Byrne’s claim that swimming is “one of the most international of all sports” is only partially true. The number of nations affiliated to swimming is far from unique. There are 196 national swimming federations affiliated to FINA. But athletics has 212, boxing has 195, soccer has 208, hockey has 127, cycling has 175, basketball has 214, shooting has 154, weightlifting 187 and tennis 205. The implication that swimming is especially difficult because of its size is misleading to the point of not being true. It was just as difficult for Nick Willis to get his 1500 meter track medal in Beijing as it was to win any swimming race. I do hope SPARC are not misled by all this bias. When is spin a lie?

QUOTE: “Our challenge is that we will always be unable to match the funding levels of the likes of swimming superpowers USA, Australia, Japan and many European nations.”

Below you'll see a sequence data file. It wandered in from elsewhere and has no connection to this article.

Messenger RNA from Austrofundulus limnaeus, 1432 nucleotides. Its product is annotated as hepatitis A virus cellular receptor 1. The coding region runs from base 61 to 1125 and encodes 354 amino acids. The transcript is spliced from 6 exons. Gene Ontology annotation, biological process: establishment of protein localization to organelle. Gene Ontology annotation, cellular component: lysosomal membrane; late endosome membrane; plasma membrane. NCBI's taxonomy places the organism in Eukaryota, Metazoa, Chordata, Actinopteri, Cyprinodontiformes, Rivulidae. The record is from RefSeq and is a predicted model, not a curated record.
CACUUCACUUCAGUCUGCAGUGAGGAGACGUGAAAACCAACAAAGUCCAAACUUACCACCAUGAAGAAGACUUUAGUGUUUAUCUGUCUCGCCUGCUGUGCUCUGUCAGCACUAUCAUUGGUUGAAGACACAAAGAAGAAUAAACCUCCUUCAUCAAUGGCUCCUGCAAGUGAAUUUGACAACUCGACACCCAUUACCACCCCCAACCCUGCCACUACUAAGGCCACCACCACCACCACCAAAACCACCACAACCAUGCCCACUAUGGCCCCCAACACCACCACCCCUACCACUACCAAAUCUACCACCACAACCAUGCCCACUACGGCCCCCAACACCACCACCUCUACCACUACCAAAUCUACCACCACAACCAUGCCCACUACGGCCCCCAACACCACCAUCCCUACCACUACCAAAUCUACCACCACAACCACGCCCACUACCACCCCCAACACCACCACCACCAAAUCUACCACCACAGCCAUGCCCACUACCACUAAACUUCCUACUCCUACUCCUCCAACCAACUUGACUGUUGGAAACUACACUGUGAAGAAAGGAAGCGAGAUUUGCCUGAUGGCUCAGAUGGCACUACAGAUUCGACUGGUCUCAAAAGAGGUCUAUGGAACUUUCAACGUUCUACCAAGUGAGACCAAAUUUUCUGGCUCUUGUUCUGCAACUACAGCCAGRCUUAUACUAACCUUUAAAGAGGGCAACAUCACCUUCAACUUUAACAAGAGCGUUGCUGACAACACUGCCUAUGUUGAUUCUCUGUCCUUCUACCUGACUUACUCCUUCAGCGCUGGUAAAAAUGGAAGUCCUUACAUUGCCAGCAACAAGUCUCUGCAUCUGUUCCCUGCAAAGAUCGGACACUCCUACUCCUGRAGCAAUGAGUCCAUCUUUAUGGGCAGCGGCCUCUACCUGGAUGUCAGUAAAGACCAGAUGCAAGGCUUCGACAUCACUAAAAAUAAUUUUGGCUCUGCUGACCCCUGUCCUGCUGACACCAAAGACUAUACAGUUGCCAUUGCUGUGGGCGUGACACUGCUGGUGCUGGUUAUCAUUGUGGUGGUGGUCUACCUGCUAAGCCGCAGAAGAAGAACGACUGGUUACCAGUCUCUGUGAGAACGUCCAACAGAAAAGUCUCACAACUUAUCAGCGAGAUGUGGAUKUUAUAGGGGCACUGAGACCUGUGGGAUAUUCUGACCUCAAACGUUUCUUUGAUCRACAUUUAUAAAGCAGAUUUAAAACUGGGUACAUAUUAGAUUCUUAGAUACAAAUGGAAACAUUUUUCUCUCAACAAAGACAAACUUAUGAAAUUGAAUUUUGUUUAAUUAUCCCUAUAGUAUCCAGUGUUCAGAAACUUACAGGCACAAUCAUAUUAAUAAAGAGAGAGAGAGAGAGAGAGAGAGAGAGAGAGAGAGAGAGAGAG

Don’t you just love these guys? They are really pleased with what SPARC has provided but now it’s not enough. When he was alive I stayed in Lydiard’s home on more than 50 occasions. I spoke to him on the phone almost every day for five years. Not once did I ever hear him say, “I need more money to win an Olympic gold medal.” That comment is the catch-cry of the depressed and defeated. I know Olympic swimming champions in the USA who came from the most humble of circumstances. Sure, their gold medal changed all that, but prior to their win they were worse off than most of New Zealand’s top swimmers. Next month an American Olympic champion is coming to train at our club in Auckland. The independent review should interview her about the reality of funding swimmers in the USA. In the US you don’t get until you really deliver. I would caution SPARC; if you hear the claim of not enough money, it’s not true. It’s the way swimming spends it that’s causing the problems. When is spin a lie?